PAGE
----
Yes, staking actually should be regulated

We cannot in good conscience claim that custodians and staking providers are not subject to regulatory oversight when offering staking services

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Midjourney modified by Blockworks

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Staking is everywhere.

More and more service providers, banks, custodians, non-custodial staking providers and protocols are offering all kinds of staking services — from restaking to liquid staking and staking derivatives. 

Staking has truly become a force in crypto, reaching an all-time high of $350 billion in total market cap. Institutional investors and financial institutions are finally starting to understand the new business models of blockchain and the role of staking — it’s like we will soon see an Ethereum staking ETF from one of the Wall Street giants.

But as the popularity of staking increases, institutional investors in many cases are accessing permissionless staking protocols, staking and node infrastructure without proper risk management and Anti-Money Laundering (AML) controls in place. Examples include the commingling of crypto assets on validator node infrastructure or using permissionless smart contracts to take deposits and make withdrawals with exposure to sanctioned funds.

As our industry matures, we must face the fact that a new guard of regulated crypto companies will emerge. These companies will need to meet regulatory requirements and oversight when offering services. 

We cannot in good conscience claim that custodians and staking providers are not subject to regulatory oversight when offering staking services, because the services are a) just renting a server, or b) are non-custodial or sufficiently decentralized. This is misguided and, at worst, misleading to clients.

Blockchain technology and the reinvention of money, finance and the web will take place using distributed, and in some cases, fully decentralized networks that will set ownership free in the same way as information was on the early internet. 

But existing regulatory frameworks and new crypto regulations will need to apply to institutions engaging in staking crypto assets. For example, the EU recently agreed to make all CASPs obligated entities that are subject to enhanced customer due diligence and strict AML regulation. This directive will extend to running staking validator nodes, which means regulators will oversee all entities facilitating custody and staking through centralized and decentralized counterparties.

How will regulators regulate staking?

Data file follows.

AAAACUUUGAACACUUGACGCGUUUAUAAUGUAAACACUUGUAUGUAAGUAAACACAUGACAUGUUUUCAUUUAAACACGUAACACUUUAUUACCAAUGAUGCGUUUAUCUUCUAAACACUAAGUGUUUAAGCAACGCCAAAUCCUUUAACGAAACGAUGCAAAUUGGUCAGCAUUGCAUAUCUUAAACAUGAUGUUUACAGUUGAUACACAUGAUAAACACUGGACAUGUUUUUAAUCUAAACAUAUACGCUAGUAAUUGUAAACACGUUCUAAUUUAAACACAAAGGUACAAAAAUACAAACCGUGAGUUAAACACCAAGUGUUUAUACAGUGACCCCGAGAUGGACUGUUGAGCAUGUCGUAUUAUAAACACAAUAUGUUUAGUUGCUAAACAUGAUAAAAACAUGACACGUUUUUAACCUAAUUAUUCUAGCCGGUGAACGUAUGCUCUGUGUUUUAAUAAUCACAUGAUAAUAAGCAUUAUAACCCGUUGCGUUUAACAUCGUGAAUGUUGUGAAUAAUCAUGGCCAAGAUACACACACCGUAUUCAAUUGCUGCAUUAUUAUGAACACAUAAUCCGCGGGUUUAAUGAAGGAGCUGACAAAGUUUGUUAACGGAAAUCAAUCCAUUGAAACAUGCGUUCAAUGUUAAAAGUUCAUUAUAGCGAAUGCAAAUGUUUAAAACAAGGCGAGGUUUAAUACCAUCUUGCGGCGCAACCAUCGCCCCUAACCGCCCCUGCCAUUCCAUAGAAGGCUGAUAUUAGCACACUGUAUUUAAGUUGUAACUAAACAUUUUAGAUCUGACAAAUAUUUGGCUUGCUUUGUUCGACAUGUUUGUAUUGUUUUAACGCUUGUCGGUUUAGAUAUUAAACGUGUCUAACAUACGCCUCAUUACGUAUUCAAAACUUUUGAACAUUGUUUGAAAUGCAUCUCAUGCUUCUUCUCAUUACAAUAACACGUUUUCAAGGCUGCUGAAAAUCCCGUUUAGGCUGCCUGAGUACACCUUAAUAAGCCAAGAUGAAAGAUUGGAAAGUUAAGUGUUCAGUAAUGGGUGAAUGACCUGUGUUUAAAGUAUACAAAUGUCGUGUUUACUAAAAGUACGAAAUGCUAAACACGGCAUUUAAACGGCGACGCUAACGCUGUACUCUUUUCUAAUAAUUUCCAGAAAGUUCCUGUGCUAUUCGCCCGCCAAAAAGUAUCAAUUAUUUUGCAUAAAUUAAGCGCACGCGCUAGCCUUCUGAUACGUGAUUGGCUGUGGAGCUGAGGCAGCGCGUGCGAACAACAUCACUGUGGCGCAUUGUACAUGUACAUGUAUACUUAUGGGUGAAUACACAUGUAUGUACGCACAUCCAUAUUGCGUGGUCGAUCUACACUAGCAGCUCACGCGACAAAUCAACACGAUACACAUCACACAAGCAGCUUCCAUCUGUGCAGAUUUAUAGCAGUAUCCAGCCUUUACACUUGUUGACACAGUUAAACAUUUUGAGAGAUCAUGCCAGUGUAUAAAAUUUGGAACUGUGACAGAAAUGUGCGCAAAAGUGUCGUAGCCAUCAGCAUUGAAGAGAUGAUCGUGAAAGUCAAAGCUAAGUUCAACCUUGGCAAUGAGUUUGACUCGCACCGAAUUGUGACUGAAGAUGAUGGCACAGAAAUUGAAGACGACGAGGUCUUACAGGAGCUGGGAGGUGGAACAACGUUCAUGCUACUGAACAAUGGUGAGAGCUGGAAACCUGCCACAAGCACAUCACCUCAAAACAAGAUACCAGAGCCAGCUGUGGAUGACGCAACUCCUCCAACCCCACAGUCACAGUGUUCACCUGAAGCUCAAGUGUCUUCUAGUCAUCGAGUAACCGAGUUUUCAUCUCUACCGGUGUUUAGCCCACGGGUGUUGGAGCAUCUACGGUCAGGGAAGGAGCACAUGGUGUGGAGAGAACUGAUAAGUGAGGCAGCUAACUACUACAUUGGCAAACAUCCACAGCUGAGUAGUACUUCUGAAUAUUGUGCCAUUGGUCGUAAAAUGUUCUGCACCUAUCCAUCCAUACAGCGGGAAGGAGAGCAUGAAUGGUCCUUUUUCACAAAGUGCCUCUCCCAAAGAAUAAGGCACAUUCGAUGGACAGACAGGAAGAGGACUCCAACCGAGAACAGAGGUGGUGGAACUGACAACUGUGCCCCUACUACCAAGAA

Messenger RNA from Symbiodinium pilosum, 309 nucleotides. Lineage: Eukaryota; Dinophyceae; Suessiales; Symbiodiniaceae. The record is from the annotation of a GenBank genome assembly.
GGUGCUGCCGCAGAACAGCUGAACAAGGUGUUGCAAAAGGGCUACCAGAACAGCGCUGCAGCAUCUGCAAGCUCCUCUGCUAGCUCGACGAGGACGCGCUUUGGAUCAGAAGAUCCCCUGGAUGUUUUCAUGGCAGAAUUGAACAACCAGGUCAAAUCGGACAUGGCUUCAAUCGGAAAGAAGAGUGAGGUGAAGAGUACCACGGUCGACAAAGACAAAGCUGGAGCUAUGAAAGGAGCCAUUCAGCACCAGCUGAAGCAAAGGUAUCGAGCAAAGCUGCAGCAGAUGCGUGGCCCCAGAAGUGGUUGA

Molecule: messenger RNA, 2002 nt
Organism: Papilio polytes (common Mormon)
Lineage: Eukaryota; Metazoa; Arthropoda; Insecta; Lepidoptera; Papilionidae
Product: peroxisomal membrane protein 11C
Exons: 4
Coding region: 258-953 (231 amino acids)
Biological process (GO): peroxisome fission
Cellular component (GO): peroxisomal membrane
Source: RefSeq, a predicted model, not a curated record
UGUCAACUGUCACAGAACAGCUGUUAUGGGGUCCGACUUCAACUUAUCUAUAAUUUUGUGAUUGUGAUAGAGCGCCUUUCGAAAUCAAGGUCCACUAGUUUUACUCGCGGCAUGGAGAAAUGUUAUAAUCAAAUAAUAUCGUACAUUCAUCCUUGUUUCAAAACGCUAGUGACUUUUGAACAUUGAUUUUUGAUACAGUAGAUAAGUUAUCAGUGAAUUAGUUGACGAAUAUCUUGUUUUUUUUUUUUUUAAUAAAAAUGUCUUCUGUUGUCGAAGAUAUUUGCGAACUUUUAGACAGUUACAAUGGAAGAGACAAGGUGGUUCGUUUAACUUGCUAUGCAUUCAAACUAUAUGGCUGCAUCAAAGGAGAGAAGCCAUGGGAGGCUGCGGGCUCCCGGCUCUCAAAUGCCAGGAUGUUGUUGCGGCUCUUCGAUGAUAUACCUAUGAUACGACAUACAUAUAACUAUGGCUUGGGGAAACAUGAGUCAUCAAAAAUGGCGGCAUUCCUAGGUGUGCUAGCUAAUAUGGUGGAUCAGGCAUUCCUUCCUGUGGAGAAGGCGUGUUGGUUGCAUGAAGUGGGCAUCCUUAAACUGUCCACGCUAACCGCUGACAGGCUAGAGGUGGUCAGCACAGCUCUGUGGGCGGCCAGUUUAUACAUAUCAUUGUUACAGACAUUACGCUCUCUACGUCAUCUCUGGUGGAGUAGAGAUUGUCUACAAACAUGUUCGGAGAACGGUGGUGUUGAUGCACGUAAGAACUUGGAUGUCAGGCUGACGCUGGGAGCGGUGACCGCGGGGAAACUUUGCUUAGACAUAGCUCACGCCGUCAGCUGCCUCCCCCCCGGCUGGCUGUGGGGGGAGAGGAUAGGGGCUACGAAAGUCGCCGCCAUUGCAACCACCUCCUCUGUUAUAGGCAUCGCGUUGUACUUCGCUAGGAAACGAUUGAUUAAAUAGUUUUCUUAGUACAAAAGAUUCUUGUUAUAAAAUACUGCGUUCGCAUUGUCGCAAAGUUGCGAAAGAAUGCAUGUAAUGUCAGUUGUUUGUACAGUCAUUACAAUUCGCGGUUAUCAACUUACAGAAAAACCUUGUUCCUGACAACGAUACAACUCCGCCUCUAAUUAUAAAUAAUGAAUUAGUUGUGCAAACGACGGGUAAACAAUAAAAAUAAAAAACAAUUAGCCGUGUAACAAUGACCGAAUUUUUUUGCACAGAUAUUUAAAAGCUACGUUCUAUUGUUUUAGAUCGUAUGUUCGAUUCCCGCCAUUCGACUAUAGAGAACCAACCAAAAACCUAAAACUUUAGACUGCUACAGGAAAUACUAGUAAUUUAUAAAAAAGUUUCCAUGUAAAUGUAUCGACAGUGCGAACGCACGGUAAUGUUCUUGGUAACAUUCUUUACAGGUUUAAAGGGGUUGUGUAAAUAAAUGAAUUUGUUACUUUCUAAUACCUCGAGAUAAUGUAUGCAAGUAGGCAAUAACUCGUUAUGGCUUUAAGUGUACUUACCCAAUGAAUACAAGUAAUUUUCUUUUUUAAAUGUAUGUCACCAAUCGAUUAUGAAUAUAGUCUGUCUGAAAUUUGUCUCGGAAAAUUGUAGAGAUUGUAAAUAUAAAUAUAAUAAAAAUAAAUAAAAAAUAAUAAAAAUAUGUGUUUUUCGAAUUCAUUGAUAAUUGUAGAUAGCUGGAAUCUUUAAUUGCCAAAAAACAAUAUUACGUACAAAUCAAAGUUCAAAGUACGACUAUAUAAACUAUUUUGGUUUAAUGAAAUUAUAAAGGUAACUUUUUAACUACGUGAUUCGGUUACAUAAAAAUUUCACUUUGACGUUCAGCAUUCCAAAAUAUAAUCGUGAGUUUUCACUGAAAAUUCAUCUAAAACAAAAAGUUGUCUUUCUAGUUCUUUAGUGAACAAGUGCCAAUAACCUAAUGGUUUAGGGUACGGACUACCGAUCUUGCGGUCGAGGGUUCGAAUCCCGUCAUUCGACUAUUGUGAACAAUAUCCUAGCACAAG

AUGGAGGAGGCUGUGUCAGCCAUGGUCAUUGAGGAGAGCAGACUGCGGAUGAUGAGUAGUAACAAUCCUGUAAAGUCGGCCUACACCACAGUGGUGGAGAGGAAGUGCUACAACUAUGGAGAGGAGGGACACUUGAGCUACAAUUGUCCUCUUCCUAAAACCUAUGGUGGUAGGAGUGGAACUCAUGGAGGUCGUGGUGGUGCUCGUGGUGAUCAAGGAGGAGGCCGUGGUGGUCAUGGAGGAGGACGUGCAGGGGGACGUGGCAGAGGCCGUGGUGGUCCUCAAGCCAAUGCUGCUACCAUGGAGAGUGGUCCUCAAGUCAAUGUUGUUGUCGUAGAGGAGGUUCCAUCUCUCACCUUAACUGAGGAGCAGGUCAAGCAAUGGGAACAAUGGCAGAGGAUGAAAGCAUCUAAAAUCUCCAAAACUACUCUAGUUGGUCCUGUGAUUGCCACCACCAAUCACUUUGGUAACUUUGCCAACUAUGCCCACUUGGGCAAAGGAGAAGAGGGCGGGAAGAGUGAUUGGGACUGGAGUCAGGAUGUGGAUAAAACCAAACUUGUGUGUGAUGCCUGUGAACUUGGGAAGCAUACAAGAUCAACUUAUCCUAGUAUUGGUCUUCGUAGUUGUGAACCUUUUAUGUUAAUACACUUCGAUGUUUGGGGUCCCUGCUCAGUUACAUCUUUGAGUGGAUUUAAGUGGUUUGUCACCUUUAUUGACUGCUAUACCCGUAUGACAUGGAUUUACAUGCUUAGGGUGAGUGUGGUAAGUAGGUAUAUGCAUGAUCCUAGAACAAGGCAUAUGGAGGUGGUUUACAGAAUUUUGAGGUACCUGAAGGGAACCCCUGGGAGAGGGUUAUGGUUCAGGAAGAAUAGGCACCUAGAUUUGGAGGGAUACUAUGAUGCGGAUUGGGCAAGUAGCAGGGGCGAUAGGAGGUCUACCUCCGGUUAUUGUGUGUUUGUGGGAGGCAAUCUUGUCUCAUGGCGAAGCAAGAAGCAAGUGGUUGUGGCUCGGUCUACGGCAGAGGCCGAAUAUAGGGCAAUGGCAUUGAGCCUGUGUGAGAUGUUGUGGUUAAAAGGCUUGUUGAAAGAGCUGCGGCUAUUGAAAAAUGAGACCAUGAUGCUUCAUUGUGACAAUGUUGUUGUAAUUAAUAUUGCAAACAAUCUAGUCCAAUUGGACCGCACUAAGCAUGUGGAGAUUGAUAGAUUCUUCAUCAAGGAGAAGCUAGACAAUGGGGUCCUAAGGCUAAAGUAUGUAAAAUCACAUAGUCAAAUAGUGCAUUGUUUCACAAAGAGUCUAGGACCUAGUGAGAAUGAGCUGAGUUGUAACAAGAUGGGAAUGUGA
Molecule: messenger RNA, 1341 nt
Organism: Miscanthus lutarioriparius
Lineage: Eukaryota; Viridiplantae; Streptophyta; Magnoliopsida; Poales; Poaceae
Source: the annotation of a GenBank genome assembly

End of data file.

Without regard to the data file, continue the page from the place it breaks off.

The crypto market cap is rapidly being divided into open, permissionless crypto and regulated crypto. Regulated crypto is where institutions operate with known counterparties creating pathways for retail investors through vehicles like exchange traded funds (ETFs).

Regulators will regulate at the entity level, meaning they need a counterparty to sue if the entity itself is breaching anti-money laws, securities laws or violating sanctions. This drives already established practices with institutional clients, who rigorously counterparty-assess their service providers.

Read more from our opinion section: DeFi needs institutions — and regulation 

In addition, crypto regulation will focus on points of centralization, as we know today from a similar type of regulation for the internet. For example, GDPR is enforced at the entity level, not enforced at the network or application level, requiring operating entities to show authorities that they are operating in compliance. This means that certain types of data cannot be stored in certain jurisdictions and the burden of proof sits with the operating entity.

GDPR can be directly compared with EU crypto regulation, where institutions will have to document to regulators that they, and by extension, their counterparties, are operating in compliance with current AML and securities laws and future crypto regulation.

It’s not about connecting your wallet 

A crypto-native staker’s intent may well be to just earn passive income through their staking, which does not make staking a financial service in this context. But it will be hard to argue against regulating staking, as it exhibits all the characteristics of a financial service through the lens of an institutional investor.

Institutional investors have grown accustomed to the same ease of use as crypto-native practices which means they inadvertently opt in on services that they haven’t fully risk assessed. Investors often realize too late in the process that they are breaching their fiduciary duty to thoroughly risk assess all counterparties.

From a regulatory standpoint, how to securely stake in a compliant way may well have been poorly understood prior to the Ethereum Merge, spot BTC ETF approval in the US, and the recent crypto fraud and bankruptcy cases. The next blow-up in crypto will likely be connected to negligence in complying with current and future crypto regulations or exposure to sanctioned entities through instruments staking, as regulators gradually get the enforcement tools they need.

We encourage all investors and financial institutions to look past crypto’s technical complexities. Instead, they should make sure to pursue well-known and accepted practices that ensure they are not caught on the wrong side of regulation, just because they opted in on a service they didn’t fully understand or examine.



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